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Expect turnover — but not a wave — in state legislative races

While the nation’s attention is fixated on the presidential and congressional races, it’s important to remember that the vast majority of states this year will also decide their state legislative contests. Walking us through the state legislative picture once again this cycle is Tim Storey, one of the nation’s top experts on state-level politics. Storey is an elections analyst with the National Conference of State Legislatures, where he has been researching legislative elections and redistricting for more than 20 years.

America’s 50 state legislatures are often called the “laboratories” or “engines” of democracy. That has perhaps never been more true than in the past couple of years when legislatures, some dominated by conservatives, some by liberals and some by moderates from both parties, have enacted numerous bold policy initiatives across the ideological spectrum. Legislators have been particularly active in tackling major issues over the past several years, even as Washington has been gridlocked. States passed groundbreaking, and often controversial, laws on same-sex marriage, immigration, the environment and collective bargaining by public employees, to name a few. And with the economy bumping along, state lawmakers have had to make difficult budgeting decisions. State legislatures allocate and make policy for more than $1.5 trillion every year, and 49 states are constitutionally required to enact balanced budgets.

That’s why November’s elections for more than 6,030 legislative seats are important. After winning big in 2010, Republican legislators seized the opportunity to push a more conservative agenda in the states where they had complete legislative control. They also took advantage of their new majorities to draw favorable new district maps, better positioning them to hold on to some of the 2010 gains.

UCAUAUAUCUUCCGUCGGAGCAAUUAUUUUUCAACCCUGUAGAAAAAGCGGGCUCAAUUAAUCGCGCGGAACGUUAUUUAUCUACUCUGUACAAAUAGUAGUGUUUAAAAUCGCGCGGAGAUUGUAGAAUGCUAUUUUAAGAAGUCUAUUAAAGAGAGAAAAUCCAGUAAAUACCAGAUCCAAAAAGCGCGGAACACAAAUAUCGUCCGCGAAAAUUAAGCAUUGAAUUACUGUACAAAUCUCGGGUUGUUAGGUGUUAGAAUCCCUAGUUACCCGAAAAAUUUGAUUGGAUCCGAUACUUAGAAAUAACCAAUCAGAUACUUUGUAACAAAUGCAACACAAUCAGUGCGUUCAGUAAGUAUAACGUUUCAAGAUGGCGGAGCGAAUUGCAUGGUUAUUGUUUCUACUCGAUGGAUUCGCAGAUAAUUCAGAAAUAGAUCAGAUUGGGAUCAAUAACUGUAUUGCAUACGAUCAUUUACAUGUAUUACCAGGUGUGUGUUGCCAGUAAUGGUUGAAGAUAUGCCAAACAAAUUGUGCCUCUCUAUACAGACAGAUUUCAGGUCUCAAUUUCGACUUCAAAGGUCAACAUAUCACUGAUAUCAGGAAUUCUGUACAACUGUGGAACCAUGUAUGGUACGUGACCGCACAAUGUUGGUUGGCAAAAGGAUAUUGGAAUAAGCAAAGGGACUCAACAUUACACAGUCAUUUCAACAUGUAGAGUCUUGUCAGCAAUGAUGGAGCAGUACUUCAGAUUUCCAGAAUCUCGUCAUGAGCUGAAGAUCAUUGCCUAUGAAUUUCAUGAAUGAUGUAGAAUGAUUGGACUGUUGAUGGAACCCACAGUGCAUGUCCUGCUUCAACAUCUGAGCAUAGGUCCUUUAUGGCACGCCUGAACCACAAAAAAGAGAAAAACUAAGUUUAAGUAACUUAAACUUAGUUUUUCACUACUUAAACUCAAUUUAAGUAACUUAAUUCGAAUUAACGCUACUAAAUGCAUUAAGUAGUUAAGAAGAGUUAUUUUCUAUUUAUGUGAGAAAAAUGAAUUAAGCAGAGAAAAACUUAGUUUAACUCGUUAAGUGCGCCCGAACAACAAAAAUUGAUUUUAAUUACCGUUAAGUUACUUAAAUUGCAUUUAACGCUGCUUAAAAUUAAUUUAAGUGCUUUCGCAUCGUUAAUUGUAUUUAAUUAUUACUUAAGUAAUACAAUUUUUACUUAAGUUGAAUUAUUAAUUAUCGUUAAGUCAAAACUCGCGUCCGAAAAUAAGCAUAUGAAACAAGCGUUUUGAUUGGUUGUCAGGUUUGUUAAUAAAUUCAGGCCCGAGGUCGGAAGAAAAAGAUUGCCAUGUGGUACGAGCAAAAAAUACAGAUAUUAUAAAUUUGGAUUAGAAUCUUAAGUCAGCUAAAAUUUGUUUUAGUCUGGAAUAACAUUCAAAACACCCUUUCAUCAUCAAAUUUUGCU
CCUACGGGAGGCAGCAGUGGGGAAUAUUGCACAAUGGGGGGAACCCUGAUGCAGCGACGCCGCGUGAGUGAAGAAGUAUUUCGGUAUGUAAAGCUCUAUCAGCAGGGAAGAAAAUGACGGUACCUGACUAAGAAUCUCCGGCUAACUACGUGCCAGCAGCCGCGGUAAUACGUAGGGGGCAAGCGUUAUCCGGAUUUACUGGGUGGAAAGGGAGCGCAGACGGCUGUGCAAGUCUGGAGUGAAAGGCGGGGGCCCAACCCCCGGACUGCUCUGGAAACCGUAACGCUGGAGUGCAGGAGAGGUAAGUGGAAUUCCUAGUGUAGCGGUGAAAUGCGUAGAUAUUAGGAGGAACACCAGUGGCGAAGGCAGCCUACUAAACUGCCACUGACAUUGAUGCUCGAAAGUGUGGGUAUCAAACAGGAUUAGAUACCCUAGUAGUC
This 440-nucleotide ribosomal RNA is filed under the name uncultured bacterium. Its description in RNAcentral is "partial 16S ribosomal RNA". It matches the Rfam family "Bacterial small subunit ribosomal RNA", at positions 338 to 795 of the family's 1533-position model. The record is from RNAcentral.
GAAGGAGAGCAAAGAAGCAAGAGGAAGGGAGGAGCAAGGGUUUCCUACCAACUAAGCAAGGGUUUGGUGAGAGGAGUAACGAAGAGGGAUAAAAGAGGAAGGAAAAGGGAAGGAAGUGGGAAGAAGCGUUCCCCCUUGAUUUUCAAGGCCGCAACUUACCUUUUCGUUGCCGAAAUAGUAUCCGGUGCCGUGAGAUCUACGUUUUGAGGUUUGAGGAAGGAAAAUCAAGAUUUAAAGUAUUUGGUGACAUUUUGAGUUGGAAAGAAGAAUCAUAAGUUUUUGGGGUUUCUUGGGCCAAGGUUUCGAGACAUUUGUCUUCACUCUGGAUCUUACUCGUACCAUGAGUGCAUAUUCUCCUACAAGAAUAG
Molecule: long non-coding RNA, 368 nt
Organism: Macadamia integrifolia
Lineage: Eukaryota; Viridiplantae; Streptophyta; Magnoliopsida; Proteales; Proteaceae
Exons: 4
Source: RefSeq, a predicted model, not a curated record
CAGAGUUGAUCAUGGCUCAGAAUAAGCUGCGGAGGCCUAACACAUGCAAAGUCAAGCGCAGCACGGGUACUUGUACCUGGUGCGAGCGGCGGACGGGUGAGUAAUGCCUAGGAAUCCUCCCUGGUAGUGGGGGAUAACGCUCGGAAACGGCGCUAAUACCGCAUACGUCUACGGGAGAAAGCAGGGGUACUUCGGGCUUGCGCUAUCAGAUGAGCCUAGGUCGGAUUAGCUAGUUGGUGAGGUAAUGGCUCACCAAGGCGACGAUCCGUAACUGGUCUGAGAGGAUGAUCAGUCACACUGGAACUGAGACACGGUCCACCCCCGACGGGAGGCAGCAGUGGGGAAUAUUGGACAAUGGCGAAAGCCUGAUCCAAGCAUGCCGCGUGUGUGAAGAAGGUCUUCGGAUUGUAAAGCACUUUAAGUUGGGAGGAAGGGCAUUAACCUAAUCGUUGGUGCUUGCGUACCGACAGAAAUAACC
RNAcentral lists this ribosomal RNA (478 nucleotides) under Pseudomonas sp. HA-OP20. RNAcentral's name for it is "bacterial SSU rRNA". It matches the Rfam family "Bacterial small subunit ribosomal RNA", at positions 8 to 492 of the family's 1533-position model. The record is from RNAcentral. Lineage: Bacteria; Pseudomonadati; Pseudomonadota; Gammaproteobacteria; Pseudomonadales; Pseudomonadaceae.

The 2010 Republican wave that swept across state legislatures followed a big Democratic wave in 2006 reinforced by modest Democratic gains in 2008. With only a few short weeks until Election Day, signs do not point to massive gains by either party this time around. Certainly, some chambers are poised for a switch in the majority party, but 2012 is not shaping up as a year for tectonic partisan shifts. So, what’s at stake?

Legislative seats up in 2012 and turnover

Generally, about four-fifths of all legislative seats are up for election every two years, and this year is no different. As usual, it’s a big election when it comes to filling legislative seats. A total of 6,034 legislative seats are scheduled for general election this year, representing just under 82% of all U.S. legislative seats. Forty-four states will conduct regular legislative elections in November. Louisiana, Mississippi, New Jersey and Virginia hold legislative elections in odd-numbered years. All House and Senate members in Alabama and Maryland are elected to four-year terms, and they were all chosen in 2010. So in those six states, legislators are breathing easier this fall.

More than 10,000 candidates will fight to win a seat in the state legislature this year and spend over $1 billion combined on their campaigns. There are currently 7,382 state legislative seats in the 50 states. That number will increase by one this November because New York is adding one state senator, going from 62 to 63.

Some change in the total number of legislative seats every 10 years is fairly common as part of the redistricting process. The lines being used in this election for almost every legislative district have been redrawn using 2010 census data to reflect population growth and shifts since the last census. Four states holding elections this year are not using new lines. In Kentucky and Pennsylvania, courts overturned newly drawn plans and kept old maps in place for one more election. Maine and Montana wait until next year to do legislative redistricting.